Privacy vs. public safety at issue in ex-cop’s suit against Navy
WASHINGTON — Former Charleston, S.C., police Officer Timothy M. Reed mobilized for war, more than once. Then the Navy shared some sensitive information and he was out of a job.
Now the resident of Goose Creek, S.C., is in federal court in Washington, challenging the military he once served. Money and several reputations are on the line, in a case that’s been given new life.
“It really has cost him his job as a police officer,” David Sheldon, Reed’s attorney, said of the Navy’s actions, adding that Reed may “not be employable again” in a police department.
Reed’s legal dispute, moreover, underscores the potential tensions between privacy rights and public protection, as well as the problems that can result when reservists return from the fight. More than 815,000 members of the National Guard and reserves, like Reed, have been mobilized since 2001. Every one has had to re-enter civilian life, sometimes with complications.
Reed, who was honorably discharged after 18 years of active-duty and reserve service, has alleged that Navy officials violated his privacy by telling the Charleston Police Department about an episode in which he was disciplined and underwent a psychological evaluation. He subsequently resigned from the police department in 2009, a move he now says he felt unjustly pressured to make.
“The Navy,” Sheldon said, “seems to have a serious problem complying with the Privacy Act.”
The legal question is whether Navy officials violated the federal law meant to protect sensitive personal information. Generally, personnel records can’t be disclosed without the individual’s consent, but there are exceptions for law enforcement purposes.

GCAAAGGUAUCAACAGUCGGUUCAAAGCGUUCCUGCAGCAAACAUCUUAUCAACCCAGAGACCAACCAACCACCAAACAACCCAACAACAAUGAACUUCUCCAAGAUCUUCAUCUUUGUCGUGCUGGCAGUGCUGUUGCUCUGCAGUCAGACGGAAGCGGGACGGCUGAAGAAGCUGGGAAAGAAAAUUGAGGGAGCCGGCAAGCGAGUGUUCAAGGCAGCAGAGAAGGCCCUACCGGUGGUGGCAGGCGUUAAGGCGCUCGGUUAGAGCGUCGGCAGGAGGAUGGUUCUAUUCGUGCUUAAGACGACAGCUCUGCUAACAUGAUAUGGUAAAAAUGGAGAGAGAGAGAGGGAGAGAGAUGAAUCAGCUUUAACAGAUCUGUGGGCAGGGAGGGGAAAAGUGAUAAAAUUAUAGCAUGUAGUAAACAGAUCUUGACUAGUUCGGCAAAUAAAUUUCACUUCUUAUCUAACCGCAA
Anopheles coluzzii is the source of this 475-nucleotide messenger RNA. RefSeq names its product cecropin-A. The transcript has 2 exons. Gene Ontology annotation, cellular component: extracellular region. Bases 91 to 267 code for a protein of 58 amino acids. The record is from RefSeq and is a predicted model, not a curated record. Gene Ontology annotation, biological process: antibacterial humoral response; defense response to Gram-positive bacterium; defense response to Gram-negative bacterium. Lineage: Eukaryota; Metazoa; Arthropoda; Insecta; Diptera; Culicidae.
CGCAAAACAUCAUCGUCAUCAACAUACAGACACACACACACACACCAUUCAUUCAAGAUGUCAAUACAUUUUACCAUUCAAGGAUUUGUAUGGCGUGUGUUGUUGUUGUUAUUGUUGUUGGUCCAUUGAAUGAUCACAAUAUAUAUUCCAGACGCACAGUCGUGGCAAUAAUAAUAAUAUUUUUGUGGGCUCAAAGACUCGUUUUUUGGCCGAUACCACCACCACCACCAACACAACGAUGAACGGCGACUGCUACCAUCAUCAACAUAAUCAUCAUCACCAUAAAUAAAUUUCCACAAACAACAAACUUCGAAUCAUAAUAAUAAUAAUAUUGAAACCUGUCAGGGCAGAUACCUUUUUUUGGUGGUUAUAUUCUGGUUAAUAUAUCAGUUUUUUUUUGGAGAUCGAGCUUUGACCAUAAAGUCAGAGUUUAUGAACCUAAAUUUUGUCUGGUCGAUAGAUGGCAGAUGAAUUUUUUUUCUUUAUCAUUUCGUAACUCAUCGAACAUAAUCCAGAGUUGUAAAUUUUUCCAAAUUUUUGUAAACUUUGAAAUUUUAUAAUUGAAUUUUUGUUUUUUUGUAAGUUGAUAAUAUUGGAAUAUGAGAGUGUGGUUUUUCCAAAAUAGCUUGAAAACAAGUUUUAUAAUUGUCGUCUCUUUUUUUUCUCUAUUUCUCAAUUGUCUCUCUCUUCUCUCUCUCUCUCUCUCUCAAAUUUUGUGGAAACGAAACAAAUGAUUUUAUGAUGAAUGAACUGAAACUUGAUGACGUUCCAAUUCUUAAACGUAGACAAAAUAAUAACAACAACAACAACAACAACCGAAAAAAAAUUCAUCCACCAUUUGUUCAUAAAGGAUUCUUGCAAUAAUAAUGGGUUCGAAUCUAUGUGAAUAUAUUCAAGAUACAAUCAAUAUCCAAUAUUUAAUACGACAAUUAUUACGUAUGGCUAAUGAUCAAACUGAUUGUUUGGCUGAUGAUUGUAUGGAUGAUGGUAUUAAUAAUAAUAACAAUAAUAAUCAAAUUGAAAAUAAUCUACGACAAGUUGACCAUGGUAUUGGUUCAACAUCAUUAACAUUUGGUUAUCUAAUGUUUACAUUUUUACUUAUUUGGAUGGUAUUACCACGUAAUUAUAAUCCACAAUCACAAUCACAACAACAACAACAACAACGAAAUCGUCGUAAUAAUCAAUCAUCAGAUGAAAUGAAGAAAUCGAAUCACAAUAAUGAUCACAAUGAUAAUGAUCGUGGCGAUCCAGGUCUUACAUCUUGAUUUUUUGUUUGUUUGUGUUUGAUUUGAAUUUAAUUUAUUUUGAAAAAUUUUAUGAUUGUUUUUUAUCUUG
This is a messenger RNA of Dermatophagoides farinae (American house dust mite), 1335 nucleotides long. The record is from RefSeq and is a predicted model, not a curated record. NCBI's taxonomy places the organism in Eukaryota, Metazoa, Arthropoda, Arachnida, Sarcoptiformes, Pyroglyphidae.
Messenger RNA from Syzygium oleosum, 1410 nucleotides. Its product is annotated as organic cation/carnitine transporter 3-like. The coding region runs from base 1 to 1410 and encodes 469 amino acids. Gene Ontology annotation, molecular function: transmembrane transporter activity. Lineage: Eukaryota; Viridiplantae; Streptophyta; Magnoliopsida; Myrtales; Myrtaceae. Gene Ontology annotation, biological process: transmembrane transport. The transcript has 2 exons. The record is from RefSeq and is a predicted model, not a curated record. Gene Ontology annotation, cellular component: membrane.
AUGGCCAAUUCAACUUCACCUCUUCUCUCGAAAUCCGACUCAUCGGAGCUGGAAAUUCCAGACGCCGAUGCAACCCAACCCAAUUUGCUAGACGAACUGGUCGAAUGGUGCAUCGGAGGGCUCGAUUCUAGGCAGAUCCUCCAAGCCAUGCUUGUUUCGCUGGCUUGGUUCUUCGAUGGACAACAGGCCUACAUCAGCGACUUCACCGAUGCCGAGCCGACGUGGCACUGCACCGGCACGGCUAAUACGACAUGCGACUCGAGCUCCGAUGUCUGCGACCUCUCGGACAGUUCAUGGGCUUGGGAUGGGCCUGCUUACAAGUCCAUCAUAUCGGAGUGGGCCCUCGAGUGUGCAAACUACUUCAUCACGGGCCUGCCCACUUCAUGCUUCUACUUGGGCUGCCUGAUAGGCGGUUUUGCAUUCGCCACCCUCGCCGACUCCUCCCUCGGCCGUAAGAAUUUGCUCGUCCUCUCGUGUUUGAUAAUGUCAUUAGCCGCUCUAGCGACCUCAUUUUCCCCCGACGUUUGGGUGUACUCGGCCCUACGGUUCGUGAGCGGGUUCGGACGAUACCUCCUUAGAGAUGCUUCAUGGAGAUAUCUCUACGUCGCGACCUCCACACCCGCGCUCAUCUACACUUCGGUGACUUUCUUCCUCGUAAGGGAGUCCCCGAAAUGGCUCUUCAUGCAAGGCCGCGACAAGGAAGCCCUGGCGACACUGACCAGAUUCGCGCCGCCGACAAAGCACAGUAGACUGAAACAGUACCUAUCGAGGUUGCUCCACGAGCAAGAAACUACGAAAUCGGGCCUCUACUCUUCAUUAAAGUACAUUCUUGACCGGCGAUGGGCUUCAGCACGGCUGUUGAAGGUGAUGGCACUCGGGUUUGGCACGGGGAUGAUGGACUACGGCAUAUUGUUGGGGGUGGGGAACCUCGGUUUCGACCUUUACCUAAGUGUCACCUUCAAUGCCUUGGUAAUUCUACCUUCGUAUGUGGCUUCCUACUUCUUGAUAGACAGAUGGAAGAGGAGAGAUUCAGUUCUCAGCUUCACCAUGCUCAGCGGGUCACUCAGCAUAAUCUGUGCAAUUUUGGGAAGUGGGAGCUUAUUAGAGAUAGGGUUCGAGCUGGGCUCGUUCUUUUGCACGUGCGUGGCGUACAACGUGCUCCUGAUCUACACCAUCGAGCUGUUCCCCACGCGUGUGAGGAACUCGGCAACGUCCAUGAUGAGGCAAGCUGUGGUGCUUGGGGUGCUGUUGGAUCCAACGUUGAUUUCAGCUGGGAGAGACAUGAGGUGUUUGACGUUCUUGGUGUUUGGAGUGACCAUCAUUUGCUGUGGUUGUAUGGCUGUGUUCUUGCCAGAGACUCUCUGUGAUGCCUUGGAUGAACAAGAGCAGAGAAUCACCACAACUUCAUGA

Reed is asking for $950,000 in damages and he’s said he also wants Navy officials disciplined. The Navy, represented by the Justice Department, denies all his charges.
Reed filed a related suit against the city of Charleston, but he dropped it in June on the eve of a jury trial in South Carolina. City officials say he misled them about what happened to him in the service.
A federal judge in Washington, though, agreed Oct. 19 to let Reed’s case against the Navy proceed. The police department’s internal affairs investigation of Reed “might never have been opened if (a Navy official) had not made the initial disclosures,” U.S. District Judge Ellen Segal Huvelle wrote.
Huvelle’s ruling set the stage for a trial to begin Monday.
Reed, who couldn’t be reached to comment, joined the Navy in November 1990. He trained as a master at arms, or law enforcement specialist, and carried the work into the civilian sector when he was hired as a Charleston police officer in 2000 while serving in the reserves. In the years after the 9/11 terrorist attacks, Reed was mobilized three times. Each time, after being demobilized, he returned to police duty.
In January 2009, Reed was mobilized a fourth time for an expected yearlong service in Iraq. He left to train at the Army’s Fort Lewis, in Washington state, where things didn’t go well.
While at Fort Lewis, Reed was accused of pointing his M-16 rifle at two airmen and pointing a spring-loaded, serrated knife at a third trainee. Reed called the charges “lies and fabrications,” according to court documents.
A senior Navy enlisted man contacted the Charleston Police Department about the case and alarmed Reed’s civilian supervisors.
For Reed’s alleged actions at Fort Lewis, the Navy reduced his rank from E-6 to E-5, or petty officer second class. He was also demobilized early, leading him back to his old job in Charleston. Police department officials, though, initiated an internal affairs investigation into Reed’s conduct. He resigned, but then tried quickly — without success — to retract his resignation.
The Navy says that any information that a command master chief named David Carter shared with the Charleston Police Department was fully justified.
“If Carter disclosed Reed’s then-alleged misconduct to (Charleston), a local law enforcement agency, as part of his attempt to verify Reed’s employment and disciplinary history, Carter did so for the purpose of making the important decision whether to mobilize or demobilize Reed as an active duty reservist … whose deployment would have put him in charge of a number of junior sailors assigned to serve as detention facility guards,” Justice Department attorney John Interrante wrote in a brief.
Interrante said Reed’s decision to resign “was freely made rather than forced.”